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Moecker v. Amegy Bank Business Credit

United States District Court, M.D. Florida

March 24, 2017

MICHAEL MOECKER, Plaintiff,
v.
AMEGY BANK BUSINESS CREDIT, Defendant.

          ORDER

          ANNE C. CONWAY Judge.

         This cause comes before the Court on Plaintiff Michael Moecker's motion to remand (Doc. 11) and motion to dismiss (Doc. 9). The Magistrate Judge issued a Report and Recommendation (R & R) recommending that the case be remanded to state court. (Doc. 21). Thereafter, Defendant Amegy Bank Business Credit (“Amegy”) filed an Objection (Doc. 22) to the R & R, and Plaintiff responded in opposition (Doc. 23). For the reasons that follow, the Court will adopt and affirm the R & R.

         I. BACKGROUND

         Because the parties do not have objections to the majority of the background section of the R & R, and because the parties do not object to the Magistrate Judge's ultimate recommendation, the Court does not reiterate the complete factual background, except for a procedural summary of how this case ended up in federal court after more than twenty months in state court proceedings. This lawsuit arises out of multiple agreements between multiple parties, including Plaintiff's acceptance of an assignment for the benefit of creditors from a foreclosure law firm and its related entities (the “Assignors”). (Doc. 11 at 2). Plaintiff filed sixteen separate petitions commencing assignments for the benefit of creditors on behalf of the Assignors in the Ninth Judicial Circuit in and for Orange County, Florida (the “State Court Assignment Cases”). (Doc. 2). Because Amegy purchased certain accounts receivable of the Assignors, Amegy is also a party in the State Court Assignment Cases. (Id.) The State Court Assignment Cases involves approximately 1, 750 creditors and over $88 million in claims. (Doc. 11 at 2). However, while the Assignors are parties to the State Court Assignment Cases, they are not parties to the present action.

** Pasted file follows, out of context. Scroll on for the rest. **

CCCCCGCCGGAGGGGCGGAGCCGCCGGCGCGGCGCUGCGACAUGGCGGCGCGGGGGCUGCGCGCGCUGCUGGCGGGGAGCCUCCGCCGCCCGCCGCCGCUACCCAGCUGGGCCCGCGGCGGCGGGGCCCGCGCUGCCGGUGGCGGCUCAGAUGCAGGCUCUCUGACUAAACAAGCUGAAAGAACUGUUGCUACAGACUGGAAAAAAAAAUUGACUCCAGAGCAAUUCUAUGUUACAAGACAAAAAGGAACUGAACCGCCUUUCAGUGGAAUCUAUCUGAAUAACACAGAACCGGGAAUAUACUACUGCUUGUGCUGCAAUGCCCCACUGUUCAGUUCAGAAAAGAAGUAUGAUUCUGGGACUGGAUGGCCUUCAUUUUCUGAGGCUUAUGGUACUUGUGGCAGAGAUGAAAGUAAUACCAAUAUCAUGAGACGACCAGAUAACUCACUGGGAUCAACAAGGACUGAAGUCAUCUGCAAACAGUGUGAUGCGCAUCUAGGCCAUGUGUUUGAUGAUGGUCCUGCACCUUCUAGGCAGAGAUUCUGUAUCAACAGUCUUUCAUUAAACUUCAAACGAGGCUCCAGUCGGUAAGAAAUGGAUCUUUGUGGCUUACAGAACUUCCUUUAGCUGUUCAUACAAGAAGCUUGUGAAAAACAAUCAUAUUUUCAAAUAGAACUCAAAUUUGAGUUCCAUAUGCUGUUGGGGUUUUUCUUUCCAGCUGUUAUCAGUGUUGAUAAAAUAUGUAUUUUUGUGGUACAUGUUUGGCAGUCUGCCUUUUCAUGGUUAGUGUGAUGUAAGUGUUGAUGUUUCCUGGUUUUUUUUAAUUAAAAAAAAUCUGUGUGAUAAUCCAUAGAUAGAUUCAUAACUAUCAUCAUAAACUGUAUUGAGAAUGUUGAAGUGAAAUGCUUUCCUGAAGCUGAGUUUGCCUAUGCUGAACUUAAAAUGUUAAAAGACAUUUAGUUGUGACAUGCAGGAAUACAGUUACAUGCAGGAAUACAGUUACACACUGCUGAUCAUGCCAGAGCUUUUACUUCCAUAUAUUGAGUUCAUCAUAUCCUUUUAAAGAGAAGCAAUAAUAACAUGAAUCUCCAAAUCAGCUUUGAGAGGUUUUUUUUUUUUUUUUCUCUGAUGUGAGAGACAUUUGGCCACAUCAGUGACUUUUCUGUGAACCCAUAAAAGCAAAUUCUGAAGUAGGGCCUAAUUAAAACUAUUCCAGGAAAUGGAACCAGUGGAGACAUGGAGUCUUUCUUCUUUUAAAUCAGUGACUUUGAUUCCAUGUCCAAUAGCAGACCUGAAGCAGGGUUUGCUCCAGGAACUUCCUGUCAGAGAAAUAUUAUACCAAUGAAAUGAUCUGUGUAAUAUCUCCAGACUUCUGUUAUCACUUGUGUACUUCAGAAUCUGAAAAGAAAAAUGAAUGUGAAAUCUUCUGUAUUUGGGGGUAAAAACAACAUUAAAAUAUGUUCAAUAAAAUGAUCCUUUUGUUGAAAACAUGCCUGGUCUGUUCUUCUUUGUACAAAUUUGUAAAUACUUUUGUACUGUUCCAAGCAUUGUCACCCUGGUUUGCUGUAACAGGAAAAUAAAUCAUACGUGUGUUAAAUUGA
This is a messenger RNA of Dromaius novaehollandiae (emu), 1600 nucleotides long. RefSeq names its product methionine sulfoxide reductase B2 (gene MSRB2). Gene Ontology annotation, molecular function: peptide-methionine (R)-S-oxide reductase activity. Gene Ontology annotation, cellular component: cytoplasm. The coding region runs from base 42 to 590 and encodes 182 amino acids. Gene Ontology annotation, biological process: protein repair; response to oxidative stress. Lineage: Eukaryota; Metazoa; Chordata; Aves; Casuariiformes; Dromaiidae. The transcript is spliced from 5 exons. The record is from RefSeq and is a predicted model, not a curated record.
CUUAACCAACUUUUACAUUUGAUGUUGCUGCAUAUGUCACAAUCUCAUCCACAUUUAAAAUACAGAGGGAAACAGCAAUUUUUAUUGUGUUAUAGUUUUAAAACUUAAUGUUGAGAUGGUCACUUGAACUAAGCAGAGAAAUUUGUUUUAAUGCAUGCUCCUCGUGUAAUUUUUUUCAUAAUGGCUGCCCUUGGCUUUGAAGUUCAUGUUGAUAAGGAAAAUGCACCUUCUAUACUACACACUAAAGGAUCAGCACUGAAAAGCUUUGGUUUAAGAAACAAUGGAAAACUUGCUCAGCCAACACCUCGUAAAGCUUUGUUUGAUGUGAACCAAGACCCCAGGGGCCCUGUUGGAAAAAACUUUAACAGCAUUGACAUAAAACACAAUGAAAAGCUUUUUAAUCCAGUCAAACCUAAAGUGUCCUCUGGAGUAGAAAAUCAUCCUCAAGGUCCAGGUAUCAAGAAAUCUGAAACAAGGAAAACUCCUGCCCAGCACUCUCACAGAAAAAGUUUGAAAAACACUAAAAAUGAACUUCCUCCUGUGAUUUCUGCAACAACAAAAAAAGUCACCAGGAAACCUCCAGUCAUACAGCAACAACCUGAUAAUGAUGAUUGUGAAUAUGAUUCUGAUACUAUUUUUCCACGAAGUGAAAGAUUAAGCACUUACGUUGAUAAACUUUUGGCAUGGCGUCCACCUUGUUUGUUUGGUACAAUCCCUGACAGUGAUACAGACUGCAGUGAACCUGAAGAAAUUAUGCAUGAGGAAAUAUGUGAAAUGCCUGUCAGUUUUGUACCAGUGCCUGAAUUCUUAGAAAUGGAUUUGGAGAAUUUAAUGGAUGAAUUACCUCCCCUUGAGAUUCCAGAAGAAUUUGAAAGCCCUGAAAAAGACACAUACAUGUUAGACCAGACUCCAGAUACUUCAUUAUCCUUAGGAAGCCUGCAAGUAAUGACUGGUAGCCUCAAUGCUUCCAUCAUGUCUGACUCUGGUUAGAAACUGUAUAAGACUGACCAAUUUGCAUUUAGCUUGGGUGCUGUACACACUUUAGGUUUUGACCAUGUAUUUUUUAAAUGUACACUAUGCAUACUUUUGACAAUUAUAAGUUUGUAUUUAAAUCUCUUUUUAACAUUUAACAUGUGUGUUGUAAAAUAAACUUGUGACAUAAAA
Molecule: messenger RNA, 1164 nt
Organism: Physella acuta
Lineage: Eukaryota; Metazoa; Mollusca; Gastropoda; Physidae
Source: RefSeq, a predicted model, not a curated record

Throughout the State Court Assignment Cases, Plaintiff and Amegy have entered into at least two agreements related to the assignment estates. (Doc. 2-2; Doc. 5 at 14; Doc. 18 ¶ 8). Thereafter, more than twenty months into the State Court Assignment Cases, Plaintiff filed a supplemental proceeding complaint against Amegy based on: the agreement between Amegy and the Assignors; Amegy's claims to the assignment estates; surcharge; quantum meruit; unjust enrichment; entitlement to the accounts receivable; and seeking recovery of expenses incurred. (Doc. 2). On December 28, 2016, Amegy removed this lawsuit to the Middle District of Florida. (Doc. 1). Following Amegy's removal of Plaintiff's supplemental proceeding complaint to this Court, Amegy filed a counterclaim against Plaintiff, which was later amended.[1] (Docs. 5, 18). Plaintiff then filed a motion to remand and a motion to dismiss Amegy's counterclaim. (Docs. 9 and 11). Because the jurisdictional issues raised in Plaintiff's motion to remand are dispositive, the Magistrate Judge did not consider the merits of Plaintiff's motion to dismiss. (Doc. 21 at 6).

         The Magistrate Judge issued an R & R recommending that the case be remanded to state court because Plaintiff's complaint is not a separate civil action within the meaning of 28 U.S.C. § 1441. (Id. at 12). Rather, Plaintiff's complaint is supplementary to the State Court Assignment Cases. (Id.) Additionally, the Magistrate Judge found that abstention is proper under the Colorado River Doctrine.[2] (Id. at 12-13). Neither party has objected to these determinations. Because the undersigned Judge agrees entirely with the Magistrate Judge's analysis and ultimate recommendation that remand is proper, the R & R is due to be adopted. Below, the Court addresses Amegy's narrow objections to the R & R.

         II. LEGAL STANDARD & DISCUSSION